none
How to manage services remotely

    Question

  • Hello,

    I've tried granting a user the right to start a single service on a Windows Server 2003 SP2 box using GPO and importing templates via the SCM.  Either way I do it, when attempting to manage the service on the box, I receive the error below.


    Unable to open service control manager database
    Access Denied

    Any help would be appreciated.

    Thanks
     
    Friday, August 15, 2008 7:51 PM

Answers

  • Hello,
     
    This may be an known issue. Please follow the steps in the following Microsoft KB article and check if the issue still exists.
     
    Non-administrators cannot remotely access the Service Control Manager after you install Windows Server 2003 Service Pack 1
    http://support.microsoft.com/default.aspx?scid=kb;EN-US;907460
     
    By granting the rights to service control manager to the specific user who can connect to DC and view services, the user should manager the specific service remotely.
     
    Hope it helps.

    David Shen - MSFT
    • Marked as answer by David Shen Thursday, August 21, 2008 5:52 AM
    Monday, August 18, 2008 9:14 AM
  • Hi,
     
    Thanks for the reply.
     
    Assuming that you encountered the error message when you attempted to access and view any of the services on the Windows 2003 server remotely with a non-administrative user on a client.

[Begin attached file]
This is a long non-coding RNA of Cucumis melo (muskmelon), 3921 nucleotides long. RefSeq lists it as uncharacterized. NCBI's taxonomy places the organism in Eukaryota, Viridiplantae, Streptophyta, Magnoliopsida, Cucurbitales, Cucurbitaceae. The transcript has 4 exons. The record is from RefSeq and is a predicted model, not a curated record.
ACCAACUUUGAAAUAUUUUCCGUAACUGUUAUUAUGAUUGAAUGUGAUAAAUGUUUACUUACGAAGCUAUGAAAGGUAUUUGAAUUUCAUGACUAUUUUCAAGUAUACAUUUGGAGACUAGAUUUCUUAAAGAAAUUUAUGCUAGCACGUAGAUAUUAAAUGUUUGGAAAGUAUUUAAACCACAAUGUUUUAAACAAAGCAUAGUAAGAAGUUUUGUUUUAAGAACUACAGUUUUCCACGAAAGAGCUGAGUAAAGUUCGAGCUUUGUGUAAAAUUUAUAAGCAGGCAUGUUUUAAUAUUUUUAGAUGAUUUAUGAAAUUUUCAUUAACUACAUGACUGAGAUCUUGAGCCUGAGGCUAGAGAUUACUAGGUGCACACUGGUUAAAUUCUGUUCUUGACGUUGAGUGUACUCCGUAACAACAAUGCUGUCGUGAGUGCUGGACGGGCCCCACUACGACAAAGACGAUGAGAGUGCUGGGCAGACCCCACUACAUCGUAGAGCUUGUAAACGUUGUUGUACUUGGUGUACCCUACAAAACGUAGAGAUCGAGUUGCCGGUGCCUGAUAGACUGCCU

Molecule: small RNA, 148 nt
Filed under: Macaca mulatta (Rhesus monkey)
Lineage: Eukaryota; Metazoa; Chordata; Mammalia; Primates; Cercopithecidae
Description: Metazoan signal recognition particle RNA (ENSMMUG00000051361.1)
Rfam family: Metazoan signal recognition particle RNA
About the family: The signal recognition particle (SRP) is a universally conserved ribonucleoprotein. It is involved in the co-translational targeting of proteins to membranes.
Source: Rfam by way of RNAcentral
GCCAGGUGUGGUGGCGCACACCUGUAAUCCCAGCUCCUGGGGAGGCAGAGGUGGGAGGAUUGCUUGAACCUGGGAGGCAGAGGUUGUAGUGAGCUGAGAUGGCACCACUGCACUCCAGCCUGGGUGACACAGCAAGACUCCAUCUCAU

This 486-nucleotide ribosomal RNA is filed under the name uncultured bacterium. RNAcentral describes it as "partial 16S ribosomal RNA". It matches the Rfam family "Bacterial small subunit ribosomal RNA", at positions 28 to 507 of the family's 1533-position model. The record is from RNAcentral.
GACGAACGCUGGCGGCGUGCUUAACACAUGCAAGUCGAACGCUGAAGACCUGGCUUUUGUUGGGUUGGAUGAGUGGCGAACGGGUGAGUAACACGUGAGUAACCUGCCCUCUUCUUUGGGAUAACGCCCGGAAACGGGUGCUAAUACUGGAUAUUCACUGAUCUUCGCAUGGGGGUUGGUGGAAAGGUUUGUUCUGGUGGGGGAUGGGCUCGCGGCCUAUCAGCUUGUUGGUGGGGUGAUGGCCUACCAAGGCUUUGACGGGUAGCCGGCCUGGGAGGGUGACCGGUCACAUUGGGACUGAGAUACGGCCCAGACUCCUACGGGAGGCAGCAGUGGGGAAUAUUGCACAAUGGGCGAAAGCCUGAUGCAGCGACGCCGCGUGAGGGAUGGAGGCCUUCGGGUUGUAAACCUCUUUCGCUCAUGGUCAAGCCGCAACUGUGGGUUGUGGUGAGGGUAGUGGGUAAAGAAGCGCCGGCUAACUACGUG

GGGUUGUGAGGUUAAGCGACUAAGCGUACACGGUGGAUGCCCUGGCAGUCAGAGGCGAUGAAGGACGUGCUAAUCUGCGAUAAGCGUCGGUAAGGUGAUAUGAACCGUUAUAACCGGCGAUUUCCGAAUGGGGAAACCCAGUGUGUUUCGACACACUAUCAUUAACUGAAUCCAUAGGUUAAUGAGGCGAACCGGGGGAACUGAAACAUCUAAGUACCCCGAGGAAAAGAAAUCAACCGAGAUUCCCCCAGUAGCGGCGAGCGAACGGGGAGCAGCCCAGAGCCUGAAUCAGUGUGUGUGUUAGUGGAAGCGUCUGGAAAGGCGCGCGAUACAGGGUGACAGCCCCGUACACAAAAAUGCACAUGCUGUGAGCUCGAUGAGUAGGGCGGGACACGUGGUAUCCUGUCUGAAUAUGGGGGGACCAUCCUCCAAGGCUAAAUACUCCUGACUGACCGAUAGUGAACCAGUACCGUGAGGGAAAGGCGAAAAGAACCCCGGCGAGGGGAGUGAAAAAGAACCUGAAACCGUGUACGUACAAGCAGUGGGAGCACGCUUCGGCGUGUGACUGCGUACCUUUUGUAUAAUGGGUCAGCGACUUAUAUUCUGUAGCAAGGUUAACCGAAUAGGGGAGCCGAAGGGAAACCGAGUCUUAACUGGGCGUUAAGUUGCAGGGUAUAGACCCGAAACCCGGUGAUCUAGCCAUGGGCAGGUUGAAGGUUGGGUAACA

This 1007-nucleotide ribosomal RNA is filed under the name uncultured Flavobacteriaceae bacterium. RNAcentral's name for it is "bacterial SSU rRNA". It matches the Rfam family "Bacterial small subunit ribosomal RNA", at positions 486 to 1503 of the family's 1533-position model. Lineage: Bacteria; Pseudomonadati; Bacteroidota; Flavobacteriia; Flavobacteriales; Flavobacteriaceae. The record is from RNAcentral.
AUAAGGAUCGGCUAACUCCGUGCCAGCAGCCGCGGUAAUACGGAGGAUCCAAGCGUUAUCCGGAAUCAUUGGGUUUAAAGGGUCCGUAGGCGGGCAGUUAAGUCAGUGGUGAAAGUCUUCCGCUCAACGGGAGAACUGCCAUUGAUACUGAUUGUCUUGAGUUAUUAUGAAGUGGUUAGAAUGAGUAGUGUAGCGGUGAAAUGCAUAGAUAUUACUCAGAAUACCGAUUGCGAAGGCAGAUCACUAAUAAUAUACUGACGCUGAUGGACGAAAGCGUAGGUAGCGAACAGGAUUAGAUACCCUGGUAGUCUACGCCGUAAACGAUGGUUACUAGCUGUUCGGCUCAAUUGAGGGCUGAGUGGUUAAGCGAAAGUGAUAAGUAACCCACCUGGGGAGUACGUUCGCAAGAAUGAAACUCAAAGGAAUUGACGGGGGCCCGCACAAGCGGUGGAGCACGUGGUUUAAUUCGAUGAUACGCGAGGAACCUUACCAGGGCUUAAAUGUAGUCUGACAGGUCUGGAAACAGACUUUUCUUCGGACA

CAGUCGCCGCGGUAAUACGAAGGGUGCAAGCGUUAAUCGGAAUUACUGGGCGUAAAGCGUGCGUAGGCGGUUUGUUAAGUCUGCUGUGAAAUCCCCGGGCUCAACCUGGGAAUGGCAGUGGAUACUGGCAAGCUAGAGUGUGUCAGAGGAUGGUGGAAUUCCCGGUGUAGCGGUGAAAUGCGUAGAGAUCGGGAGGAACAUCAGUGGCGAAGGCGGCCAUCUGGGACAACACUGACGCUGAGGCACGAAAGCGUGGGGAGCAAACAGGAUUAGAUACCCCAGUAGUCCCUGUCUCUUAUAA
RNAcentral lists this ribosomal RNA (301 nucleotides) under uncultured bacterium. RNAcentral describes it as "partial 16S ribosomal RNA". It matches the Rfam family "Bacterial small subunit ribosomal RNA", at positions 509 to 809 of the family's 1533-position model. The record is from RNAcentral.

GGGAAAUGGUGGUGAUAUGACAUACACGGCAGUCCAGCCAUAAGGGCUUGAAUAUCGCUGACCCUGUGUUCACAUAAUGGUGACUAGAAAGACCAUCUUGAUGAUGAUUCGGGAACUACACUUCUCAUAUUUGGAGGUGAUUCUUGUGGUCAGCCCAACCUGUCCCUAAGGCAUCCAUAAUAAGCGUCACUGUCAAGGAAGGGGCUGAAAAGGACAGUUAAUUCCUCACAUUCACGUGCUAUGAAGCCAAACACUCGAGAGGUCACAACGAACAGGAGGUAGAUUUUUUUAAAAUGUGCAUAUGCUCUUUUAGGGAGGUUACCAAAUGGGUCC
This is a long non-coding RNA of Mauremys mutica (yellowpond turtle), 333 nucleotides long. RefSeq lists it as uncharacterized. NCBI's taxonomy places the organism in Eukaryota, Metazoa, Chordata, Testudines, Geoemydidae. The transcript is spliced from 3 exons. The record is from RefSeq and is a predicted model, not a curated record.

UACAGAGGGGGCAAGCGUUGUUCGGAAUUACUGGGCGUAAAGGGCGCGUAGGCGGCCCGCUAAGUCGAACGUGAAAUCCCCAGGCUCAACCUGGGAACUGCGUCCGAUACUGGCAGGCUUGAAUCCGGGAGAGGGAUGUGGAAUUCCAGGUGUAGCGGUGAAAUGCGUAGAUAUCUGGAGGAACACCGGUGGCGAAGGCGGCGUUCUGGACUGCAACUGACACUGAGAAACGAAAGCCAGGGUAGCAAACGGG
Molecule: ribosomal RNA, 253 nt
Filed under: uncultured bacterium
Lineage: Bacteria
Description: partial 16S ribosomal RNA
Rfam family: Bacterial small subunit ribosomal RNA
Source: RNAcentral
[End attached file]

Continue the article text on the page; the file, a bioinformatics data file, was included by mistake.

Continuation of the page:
Cause:
     
    By default non-administrators do not have permissions to remotely view and change a service in a startup mode on the server.
     
    Solution 1.
     
    Please put the user account in the built-in administrators group on the target server. This is a simple solution to resolve the issue.
     
    Solution 2.
     
    Set a new Group policy to grant the user with proper permission to access and view the service.
     
    Please perform the following steps on the domain controller.
     
    1. Click Start, point to Administrative Tools, and then click Active Directory Users and Computers.
     
    2. Find and locate the organizational unit which contains the user, Right-click on it and click Properties
     
    3. Click the Group Policy tab, and then click New. Type a name for the new Group Policy object (for example, use the name of the organizational unit for which it is implemented), and then press ENTER.
     
    4. Click the new Group Policy object in the Group Policy Objects Links list (if it is not already selected), and then click Edit.
     
    5. Expand Computer Configuration -> Windows Settings -> Security Settings -> System Services
     
    6. In the right pane, double-click the target service to that you want to apply permissions. The security policy setting for that specific service is displayed.
     
    7. Click to select the "Define this policy setting" checkbox.